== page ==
Climate change experts and Pacific Islands leaders say indigenous views must be included when it comes to creating regional policies on the issue.
The importance of western and indigenous perspectives uniting when it comes to tackling climate change in the region was highlighted at a recent conference in Auckland.
For all the lengthiness of its title, the "Climate Change and Conflict in the Pacific: Prevention, Management and the Enhancement of Community Resilience" workshop had a simple message: don't forget about the Pacific.
Despite being on the frontline of climate change impacts, Pacific Islanders' own views on the issue are often absent from the current policy-making process.
Those claims are echoed by people like Reverend Dr Upolu Vaai from the Theological College in Fiji, who experiences the impact of climate change effects on the ground every day.
"The narrative, the climate change narrative has been dominated by either the scientific world view or perspective or the economic perspective where the indigenous perspective and indigenous world views are often excluded."
Building on the traditional wisdom and Pacific people's understanding of their own environment is a challenge that Professor Kevin Clements, the Director of the Toda Peace Institute, said couldn't be ignored.
"We've got to look at, how do we learn from indigenous stories and incorporate those narratives into western policy prescriptions?"
He also added that leaders around the world weren't paying enough attention to the climate change effects in the South Pacific.
"They are focussing a lot of attention on Northern hemisphere, on Africa and on Asia," said Mr Clements.
"And so Oceania, to some extent, is a region which is bearing the brunt of climate change but which is somewhat marginal to these global analyses."
Both he and others who attended the conference agreed that there was a gap in the way that people on the ground are experiencing the effects of climate change and the way that political leaders around the world are responding to it.
As governments deliberate over their commitments towards tackling the global problem, in Tuvalu, the devastating effects of our changing climate are already clear.
"The impacts are becoming very visible. Islands are disappearing, coastals are being eroded, corals are beingspoke bleached. So the sources of our livelihood are being challenged. And life has become very difficult."
Tafue Lusama - a local church minister who's focussed his PHD theology studies on climate change explained the economic crisis that has hit his homeland, because of rising sea levels.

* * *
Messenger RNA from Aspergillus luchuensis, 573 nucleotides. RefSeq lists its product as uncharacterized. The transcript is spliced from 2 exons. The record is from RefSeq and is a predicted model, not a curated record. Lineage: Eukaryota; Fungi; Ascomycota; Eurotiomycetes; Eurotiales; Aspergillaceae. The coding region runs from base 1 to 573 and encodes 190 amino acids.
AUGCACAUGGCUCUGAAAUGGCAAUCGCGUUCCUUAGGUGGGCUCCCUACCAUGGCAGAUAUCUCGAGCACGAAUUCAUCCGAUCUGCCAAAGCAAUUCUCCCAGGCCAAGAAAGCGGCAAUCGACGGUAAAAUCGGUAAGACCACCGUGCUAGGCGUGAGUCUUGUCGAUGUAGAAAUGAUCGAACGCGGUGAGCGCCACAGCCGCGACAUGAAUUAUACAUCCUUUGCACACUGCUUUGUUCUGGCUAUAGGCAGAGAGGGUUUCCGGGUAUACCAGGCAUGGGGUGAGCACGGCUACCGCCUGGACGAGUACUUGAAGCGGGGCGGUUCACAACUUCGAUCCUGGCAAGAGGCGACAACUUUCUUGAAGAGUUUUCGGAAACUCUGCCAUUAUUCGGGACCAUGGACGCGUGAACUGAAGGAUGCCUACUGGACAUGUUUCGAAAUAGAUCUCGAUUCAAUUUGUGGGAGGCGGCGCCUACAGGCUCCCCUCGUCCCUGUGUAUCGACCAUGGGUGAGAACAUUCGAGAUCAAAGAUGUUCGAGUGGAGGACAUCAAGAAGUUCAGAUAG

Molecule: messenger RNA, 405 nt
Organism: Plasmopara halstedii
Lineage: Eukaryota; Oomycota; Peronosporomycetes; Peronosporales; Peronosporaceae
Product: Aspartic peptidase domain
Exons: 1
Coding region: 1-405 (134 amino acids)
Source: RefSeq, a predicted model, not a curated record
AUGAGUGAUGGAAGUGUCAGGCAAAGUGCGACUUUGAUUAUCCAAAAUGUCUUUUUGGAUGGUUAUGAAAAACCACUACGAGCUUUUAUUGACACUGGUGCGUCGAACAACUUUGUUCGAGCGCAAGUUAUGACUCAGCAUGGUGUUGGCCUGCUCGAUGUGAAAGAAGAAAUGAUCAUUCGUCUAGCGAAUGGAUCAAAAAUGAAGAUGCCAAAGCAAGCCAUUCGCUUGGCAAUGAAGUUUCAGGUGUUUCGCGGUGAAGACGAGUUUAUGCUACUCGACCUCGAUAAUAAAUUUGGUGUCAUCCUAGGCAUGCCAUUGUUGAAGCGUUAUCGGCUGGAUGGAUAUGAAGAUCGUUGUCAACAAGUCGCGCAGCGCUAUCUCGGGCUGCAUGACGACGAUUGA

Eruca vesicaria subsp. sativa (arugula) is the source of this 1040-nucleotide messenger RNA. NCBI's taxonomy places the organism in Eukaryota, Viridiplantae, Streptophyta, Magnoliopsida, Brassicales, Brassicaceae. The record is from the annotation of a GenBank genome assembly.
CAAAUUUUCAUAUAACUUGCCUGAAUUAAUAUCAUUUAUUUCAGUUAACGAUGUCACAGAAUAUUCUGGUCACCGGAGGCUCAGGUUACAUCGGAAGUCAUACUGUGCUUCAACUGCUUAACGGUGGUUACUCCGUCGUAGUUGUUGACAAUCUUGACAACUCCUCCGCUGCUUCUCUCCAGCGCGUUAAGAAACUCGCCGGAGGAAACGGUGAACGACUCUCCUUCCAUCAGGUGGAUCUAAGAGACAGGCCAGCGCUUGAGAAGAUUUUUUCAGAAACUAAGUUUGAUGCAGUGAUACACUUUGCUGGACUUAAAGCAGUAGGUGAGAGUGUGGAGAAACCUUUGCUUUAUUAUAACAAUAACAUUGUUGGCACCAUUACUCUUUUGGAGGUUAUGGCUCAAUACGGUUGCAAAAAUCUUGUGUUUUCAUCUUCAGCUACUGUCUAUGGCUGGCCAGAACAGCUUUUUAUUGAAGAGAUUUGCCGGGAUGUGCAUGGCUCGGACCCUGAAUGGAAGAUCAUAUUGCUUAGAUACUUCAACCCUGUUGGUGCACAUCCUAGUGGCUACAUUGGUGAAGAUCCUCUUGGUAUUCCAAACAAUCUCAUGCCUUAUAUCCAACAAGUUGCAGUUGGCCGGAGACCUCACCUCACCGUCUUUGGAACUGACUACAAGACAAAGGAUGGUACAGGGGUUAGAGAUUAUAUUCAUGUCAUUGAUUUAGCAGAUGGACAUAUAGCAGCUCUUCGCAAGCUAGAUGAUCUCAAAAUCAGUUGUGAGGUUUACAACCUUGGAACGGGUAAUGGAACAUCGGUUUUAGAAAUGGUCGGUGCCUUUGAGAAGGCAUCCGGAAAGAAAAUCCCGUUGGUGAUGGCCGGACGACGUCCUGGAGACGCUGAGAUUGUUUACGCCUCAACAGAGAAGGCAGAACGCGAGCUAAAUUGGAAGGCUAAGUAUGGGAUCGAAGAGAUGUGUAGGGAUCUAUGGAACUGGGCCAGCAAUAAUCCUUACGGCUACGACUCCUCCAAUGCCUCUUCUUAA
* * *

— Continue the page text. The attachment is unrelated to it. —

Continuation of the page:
"That has forced the people into a marketplace lifestyle which is very expensive because very minimal percentage of the population earn regular salaries to cater to that kind of lifestyle," he said.
"So dependency has become the norm of life in Tuvalu."
But even though locals are being threatened with emigration, Mr Lusama said it wasn't an option.
"Migration, whether it is migration with dignity or migration by itself is not looked at as an option now. We'd rather fight until the end, than throwing the white towel in and say 'We surrender'."
But most significantly, he added, was that the loss of their islands would mean the death of their culture.
"When you relocate a whole country, cross border into another country, their distinctiveness and their identity will be lost. You know, they will become second, third or even fourth class citizens and assimilate into a totally different culture which is not theirs," he said.
"And that's a reality. Tuvalu as a nation, as a people, will disappear."
While rising sea levels makes climate change visible in countries around the Pacific, Maxine Burkett from the University of Hawai'i explained that other effects were happening all around the world.
An expert in the law and policy of climate change, she didn't think the general public had really grasped the reality of climate change.
"Climate change is a change that is also accelerating," said Ms Burkett.
"The heat indexes that we're seeing all over the globe - and those don't happen in isolation - that happens on top of a storm, which happens on top of the lack of fresh water or drought experiences that produce mudslides so it's a cascade of effects."
Both Dr Vaai and Mr Lusama said young people needed to stand up and be a part of the conversation.
"The next generation is very important in this journey and in continuing the story," said Dr Vaai
"My advice to the young people is that 'Your time is today'. We cannot do it alone," added Mr Lusama."
"We need them to stand up and join the fight to save the planet. So let us join hands together."
Professor Clements, who hosted the conference, weighed in on the call to the next generation.
"My generation, I'm now in my seventies, I think we've really stuffed it up for my children and my grand children and my great grandchildren," he said.
"So I think an apology is called for."
"But there is something in the human spirit that generates hopefulness and optimism and resilience and I would hope that young people can discover that in forging communities capable of really responding to the major negative effects of climate change."